Kwok Cheuk Kin v Secretary for Constitutional and Mainland Affairs
Court of First Instance
Constitutional and Administrative Law List No 72 of 2012
Thomas Au J
Constitutional Law
5 March 2014

Constitutional law - Legislative Council - disqualification from standing for election - disqualification provisions under s. 39(2A) constitutional - Legislative Council Ordinance (Cap. 542) s. 39(2A) - Basic Law art.26 - Hong Kong Bill of Rights Ordinance (Cap. 383) s. 8 art. 21

In January 2010, five Legislative Council (“LegCo”) members (“Ls”) resigned, intending to stand in by-elections to trigger a “de facto” referendum on universal suffrage and the abolition of functional constituencies. Each of Ls was re-elected in the by-elections which cost approximately $126 million and saw one of the lowest voter turn-outs for LegCo elections. Following a public consultation and subsequent debate in LegCo, the Legislative Council Ordinance (Cap. 542) (“LCO”) was amended by introducing s. 39(2A) which disqualifies a LegCo member who resigned from office from being nominated and elected as a candidate at a by-election within six months of the resignation taking effect, unless an intervening general election was held. X applied for judicial review of s. 39(2A) as being inconsistent with art. 26 of the Basic Law which confers the right of Hong Kong permanent residents to stand for election “in accordance with law” and art. 21 of the Hong Kong Bill of Rights (the “HKBOR”) which confers that right “without reasonable restrictions”, arguing that the restriction under s. 39(2A) was unreasonable and disproportionate.

Held, dismissing the application, that:

• The right to stand for election under art. 26 of the Basic Law and art. 21 of the HKBOR was not absolute. Further, s. 39(2A) subjected that right to only a limited, not general, prohibition. The application of s.39(2A) was conditional on a LegCo Member choosing to resign. Thus, its impairment of “the essence and effectiveness” of the right was similar to other statutory restrictions on who was eligible to be nominated as a candidate, based on age, mental capacity, etc.

• In the context of the present case involving directly election law (and necessarily political and policy considerations) and also a right which was not an unlimited one, a due margin of appreciation should be accorded to the legislature and the executive in applying the proportionality test. The court should therefore only interfere if it found that, upon scrutiny, the restriction was manifestly without justifiable foundation.

• Applying the proportionality test, first, s. 39(2A) served a legitimate aim, namely to deter a LegCo Member from resigning voluntarily in order to trigger a by-election (in which he intended to stand for re-election) so as to improve the fair and effective working of the electoral system. It was within the spectrum of reasonableness that one might regard the conduct or act of a LegCo Member who resigned voluntarily in order to trigger a by-election as an abuse of and having a negative effect on the working of the electoral system, which would further lead to less respect and faith therein. Further, it did not restrict political opinion per se since it depended on the fact of resignation and not on the reasons behind it.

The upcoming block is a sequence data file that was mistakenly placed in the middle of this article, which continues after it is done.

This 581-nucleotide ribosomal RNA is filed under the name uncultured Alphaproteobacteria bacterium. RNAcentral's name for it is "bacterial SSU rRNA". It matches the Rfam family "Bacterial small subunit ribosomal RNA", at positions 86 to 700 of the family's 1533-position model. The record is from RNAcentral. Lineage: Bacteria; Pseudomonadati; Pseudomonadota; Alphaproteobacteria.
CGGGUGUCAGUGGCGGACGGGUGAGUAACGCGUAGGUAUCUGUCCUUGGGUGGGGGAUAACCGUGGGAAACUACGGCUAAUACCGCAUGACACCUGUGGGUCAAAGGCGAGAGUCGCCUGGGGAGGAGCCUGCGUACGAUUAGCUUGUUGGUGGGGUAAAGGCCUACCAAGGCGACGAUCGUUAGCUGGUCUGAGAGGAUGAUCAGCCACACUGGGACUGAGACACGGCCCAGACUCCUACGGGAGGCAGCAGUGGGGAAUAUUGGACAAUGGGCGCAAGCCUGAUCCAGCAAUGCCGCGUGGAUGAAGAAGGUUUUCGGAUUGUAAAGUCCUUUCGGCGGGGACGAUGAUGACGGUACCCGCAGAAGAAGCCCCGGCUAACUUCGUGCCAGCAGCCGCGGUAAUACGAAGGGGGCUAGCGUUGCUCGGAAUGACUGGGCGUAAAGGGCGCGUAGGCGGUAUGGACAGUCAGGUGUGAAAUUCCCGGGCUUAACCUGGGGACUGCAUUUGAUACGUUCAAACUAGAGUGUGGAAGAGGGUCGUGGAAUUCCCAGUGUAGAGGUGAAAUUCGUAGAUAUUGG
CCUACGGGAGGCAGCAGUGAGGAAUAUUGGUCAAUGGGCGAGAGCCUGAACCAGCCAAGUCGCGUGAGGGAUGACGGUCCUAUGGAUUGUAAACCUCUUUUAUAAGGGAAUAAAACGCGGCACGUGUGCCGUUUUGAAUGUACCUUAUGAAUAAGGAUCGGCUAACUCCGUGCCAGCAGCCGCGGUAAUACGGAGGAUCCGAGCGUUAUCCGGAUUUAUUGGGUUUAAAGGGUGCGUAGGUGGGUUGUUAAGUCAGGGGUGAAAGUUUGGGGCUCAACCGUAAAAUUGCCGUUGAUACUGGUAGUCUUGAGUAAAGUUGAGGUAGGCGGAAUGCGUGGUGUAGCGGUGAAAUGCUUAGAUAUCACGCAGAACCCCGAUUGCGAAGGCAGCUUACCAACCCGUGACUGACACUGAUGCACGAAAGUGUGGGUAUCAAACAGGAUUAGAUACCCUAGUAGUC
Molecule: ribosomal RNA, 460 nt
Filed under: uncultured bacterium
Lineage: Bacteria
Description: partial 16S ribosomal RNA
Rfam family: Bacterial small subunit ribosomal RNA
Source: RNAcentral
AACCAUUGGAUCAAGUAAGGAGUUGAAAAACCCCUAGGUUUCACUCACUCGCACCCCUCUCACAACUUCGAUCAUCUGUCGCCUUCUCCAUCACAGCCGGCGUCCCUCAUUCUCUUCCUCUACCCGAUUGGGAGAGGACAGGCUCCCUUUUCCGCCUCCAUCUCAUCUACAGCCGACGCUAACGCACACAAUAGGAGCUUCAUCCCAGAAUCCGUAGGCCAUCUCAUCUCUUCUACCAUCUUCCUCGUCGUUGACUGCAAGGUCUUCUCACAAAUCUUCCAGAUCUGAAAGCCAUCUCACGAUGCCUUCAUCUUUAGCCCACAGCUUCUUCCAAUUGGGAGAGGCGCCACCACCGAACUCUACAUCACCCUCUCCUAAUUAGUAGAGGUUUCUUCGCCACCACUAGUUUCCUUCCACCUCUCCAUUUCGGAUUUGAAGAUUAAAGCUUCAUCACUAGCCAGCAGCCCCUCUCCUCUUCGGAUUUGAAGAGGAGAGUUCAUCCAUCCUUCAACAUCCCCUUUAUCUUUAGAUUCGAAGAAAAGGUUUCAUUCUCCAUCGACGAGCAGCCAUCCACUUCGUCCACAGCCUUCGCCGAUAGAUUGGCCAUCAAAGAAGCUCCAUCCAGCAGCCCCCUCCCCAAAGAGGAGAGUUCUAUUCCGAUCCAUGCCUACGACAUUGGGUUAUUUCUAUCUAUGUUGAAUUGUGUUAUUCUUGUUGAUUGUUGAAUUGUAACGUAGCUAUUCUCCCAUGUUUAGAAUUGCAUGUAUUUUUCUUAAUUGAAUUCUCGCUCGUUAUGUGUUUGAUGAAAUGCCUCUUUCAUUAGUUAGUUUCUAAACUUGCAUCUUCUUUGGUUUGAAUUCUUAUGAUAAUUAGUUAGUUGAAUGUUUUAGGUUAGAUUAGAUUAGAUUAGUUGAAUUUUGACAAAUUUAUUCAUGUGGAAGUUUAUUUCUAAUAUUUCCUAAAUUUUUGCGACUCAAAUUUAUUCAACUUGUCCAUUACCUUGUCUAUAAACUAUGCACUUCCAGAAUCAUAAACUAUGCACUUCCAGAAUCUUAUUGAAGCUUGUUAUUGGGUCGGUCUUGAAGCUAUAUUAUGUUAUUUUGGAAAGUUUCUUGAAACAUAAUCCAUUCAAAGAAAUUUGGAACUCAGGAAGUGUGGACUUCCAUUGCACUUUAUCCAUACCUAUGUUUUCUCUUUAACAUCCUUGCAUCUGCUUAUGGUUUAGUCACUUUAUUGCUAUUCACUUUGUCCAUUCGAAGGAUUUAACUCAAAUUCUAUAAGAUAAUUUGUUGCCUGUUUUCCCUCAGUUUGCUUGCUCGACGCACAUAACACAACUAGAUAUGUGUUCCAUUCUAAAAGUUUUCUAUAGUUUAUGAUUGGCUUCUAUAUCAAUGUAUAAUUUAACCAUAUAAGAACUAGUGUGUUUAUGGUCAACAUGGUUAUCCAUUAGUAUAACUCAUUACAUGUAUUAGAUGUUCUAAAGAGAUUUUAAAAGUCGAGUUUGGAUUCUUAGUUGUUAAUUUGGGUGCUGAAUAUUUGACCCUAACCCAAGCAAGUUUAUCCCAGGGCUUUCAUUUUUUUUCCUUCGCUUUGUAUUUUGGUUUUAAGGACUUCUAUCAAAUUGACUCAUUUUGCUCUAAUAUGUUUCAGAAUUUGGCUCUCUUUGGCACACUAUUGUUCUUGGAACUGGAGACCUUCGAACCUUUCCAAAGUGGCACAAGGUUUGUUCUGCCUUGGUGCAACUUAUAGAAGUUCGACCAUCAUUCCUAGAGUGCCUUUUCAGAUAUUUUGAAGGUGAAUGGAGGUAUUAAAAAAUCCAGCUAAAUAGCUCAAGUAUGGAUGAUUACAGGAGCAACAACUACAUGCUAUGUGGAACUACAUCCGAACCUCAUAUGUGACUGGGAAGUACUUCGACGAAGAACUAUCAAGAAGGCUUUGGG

• Second, the restriction was rationally connected to the legitimate aim. The executive had properly identified the mischief it intended to address by the restriction. It was at least reasonable and logical to accept or believe (if it was not obvious) that the restriction would make it less likely for an incumbent LegCo Member to resign in order to trigger the by-election in which he could not run for election and another member of his party might be elected.

• Finally, the restriction in s. 39(2A) was the result of active and full debate in LegCo where competing interests were presented. The restriction was relatively limited in time and in scope and still gave the electorate the right to elect someone of their choice to fill the vacancy. Giving a due margin of appreciation to the legislature, s.39(2A) as a legislative response to Ls resigning to trigger a by-election in which they intended to stand, was not manifestly without reasonable foundation and it was a proportionate restriction to achieve the legitimate aim. Accordingly, s.39(2A) of the LCO was compatible with the right to stand for election guaranteed under art. 26 of the Basic Law and art. 21 of HKBOR.

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